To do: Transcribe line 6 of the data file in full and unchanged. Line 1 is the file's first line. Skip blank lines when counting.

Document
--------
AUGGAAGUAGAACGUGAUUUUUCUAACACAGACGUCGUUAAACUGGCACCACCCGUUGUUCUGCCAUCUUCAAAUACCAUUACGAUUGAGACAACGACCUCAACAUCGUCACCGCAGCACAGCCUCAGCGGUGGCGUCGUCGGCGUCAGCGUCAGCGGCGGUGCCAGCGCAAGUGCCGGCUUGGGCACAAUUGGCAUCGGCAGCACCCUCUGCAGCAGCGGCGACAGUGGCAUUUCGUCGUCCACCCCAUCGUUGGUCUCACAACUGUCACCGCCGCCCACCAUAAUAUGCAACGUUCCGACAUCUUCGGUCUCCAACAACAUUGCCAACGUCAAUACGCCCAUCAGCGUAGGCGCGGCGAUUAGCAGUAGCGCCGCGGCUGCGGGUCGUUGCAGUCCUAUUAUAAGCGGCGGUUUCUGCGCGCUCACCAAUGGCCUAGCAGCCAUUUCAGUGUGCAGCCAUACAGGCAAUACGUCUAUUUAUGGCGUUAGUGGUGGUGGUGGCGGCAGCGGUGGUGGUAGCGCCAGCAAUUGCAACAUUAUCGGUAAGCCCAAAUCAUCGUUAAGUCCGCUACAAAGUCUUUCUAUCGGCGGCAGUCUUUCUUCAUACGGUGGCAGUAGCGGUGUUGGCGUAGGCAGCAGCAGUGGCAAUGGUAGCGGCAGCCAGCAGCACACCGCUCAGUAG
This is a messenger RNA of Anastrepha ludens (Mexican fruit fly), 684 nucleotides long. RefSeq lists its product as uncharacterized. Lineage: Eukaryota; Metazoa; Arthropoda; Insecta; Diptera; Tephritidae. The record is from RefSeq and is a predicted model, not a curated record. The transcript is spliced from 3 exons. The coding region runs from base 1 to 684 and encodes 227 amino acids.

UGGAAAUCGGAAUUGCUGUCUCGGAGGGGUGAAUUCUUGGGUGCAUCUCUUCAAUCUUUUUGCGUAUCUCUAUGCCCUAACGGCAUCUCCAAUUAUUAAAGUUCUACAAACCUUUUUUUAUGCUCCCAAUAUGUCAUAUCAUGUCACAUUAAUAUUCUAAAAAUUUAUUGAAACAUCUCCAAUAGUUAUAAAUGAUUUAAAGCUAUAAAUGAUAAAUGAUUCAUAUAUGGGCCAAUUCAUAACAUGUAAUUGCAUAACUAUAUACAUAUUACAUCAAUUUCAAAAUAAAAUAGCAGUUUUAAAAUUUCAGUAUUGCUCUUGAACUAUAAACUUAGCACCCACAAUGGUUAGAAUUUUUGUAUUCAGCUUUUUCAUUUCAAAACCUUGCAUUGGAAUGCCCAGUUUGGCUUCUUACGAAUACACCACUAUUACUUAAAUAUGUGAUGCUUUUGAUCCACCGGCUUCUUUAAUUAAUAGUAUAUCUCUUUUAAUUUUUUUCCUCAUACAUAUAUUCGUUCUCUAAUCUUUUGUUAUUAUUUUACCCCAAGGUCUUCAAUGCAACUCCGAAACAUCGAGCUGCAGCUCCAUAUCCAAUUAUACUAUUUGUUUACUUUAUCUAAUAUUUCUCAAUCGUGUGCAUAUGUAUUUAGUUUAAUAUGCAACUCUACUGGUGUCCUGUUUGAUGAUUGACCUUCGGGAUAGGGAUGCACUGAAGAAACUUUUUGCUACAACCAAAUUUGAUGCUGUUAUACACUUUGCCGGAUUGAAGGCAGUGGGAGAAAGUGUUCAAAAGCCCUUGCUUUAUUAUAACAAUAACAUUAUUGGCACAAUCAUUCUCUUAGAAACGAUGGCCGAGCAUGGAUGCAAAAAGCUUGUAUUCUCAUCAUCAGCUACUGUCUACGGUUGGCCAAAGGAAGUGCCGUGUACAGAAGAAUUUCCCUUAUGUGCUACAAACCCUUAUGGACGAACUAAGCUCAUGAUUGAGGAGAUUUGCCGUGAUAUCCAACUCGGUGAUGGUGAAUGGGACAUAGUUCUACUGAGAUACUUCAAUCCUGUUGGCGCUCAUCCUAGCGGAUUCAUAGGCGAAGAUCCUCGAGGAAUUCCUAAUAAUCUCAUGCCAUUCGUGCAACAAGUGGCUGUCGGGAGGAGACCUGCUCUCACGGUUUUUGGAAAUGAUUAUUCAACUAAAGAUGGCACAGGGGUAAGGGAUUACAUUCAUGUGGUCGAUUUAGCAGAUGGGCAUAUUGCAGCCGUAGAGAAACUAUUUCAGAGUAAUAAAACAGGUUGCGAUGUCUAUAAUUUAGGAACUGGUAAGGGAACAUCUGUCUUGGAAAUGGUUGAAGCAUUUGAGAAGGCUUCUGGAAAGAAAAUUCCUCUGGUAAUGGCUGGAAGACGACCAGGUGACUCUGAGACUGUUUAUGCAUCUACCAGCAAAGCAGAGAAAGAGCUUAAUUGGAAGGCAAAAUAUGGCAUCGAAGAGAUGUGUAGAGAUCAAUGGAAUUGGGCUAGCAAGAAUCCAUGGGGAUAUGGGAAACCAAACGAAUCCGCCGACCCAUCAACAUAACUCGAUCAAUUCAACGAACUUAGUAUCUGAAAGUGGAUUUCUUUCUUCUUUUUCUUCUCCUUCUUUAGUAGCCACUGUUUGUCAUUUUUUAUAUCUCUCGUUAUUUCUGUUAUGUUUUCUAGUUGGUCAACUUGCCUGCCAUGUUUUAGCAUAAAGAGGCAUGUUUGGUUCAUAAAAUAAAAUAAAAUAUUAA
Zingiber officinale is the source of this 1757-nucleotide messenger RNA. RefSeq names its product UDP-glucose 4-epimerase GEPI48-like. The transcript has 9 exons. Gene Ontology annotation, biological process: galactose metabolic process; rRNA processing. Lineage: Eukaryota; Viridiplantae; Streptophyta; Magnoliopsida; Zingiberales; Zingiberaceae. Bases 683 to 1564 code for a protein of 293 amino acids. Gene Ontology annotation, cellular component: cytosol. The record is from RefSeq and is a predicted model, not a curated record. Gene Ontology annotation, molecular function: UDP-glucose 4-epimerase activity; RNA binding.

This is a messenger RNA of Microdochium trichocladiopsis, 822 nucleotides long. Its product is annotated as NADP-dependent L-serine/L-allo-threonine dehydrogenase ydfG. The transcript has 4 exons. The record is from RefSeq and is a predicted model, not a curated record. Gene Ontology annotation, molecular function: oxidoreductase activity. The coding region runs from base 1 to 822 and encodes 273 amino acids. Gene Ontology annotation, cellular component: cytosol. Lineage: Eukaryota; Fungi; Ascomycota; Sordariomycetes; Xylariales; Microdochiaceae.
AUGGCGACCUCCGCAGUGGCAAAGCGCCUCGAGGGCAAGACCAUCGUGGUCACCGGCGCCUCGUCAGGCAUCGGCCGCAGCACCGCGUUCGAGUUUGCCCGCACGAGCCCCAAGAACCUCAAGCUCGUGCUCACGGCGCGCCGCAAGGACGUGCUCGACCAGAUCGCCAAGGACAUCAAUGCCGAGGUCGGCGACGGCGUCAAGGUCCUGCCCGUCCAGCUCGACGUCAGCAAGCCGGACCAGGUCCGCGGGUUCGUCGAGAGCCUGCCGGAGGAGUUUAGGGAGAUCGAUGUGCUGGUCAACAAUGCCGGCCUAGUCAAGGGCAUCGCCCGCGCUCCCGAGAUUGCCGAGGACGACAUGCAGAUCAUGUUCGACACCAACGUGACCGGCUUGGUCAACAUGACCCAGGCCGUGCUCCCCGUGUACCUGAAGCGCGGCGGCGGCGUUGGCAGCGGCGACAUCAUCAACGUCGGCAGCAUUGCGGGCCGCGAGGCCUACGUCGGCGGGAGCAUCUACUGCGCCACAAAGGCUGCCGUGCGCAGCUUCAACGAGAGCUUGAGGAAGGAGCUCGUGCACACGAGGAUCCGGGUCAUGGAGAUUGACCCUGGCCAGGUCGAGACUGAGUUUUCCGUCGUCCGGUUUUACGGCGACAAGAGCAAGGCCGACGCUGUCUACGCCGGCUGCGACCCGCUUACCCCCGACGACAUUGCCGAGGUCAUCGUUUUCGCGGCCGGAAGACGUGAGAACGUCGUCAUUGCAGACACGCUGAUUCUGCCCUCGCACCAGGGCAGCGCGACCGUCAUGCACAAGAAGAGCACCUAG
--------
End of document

AUGGCGACCUCCGCAGUGGCAAAGCGCCUCGAGGGCAAGACCAUCGUGGUCACCGGCGCCUCGUCAGGCAUCGGCCGCAGCACCGCGUUCGAGUUUGCCCGCACGAGCCCCAAGAACCUCAAGCUCGUGCUCACGGCGCGCCGCAAGGACGUGCUCGACCAGAUCGCCAAGGACAUCAAUGCCGAGGUCGGCGACGGCGUCAAGGUCCUGCCCGUCCAGCUCGACGUCAGCAAGCCGGACCAGGUCCGCGGGUUCGUCGAGAGCCUGCCGGAGGAGUUUAGGGAGAUCGAUGUGCUGGUCAACAAUGCCGGCCUAGUCAAGGGCAUCGCCCGCGCUCCCGAGAUUGCCGAGGACGACAUGCAGAUCAUGUUCGACACCAACGUGACCGGCUUGGUCAACAUGACCCAGGCCGUGCUCCCCGUGUACCUGAAGCGCGGCGGCGGCGUUGGCAGCGGCGACAUCAUCAACGUCGGCAGCAUUGCGGGCCGCGAGGCCUACGUCGGCGGGAGCAUCUACUGCGCCACAAAGGCUGCCGUGCGCAGCUUCAACGAGAGCUUGAGGAAGGAGCUCGUGCACACGAGGAUCCGGGUCAUGGAGAUUGACCCUGGCCAGGUCGAGACUGAGUUUUCCGUCGUCCGGUUUUACGGCGACAAGAGCAAGGCCGACGCUGUCUACGCCGGCUGCGACCCGCUUACCCCCGACGACAUUGCCGAGGUCAUCGUUUUCGCGGCCGGAAGACGUGAGAACGUCGUCAUUGCAGACACGCUGAUUCUGCCCUCGCACCAGGGCAGCGCGACCGUCAUGCACAAGAAGAGCACCUAG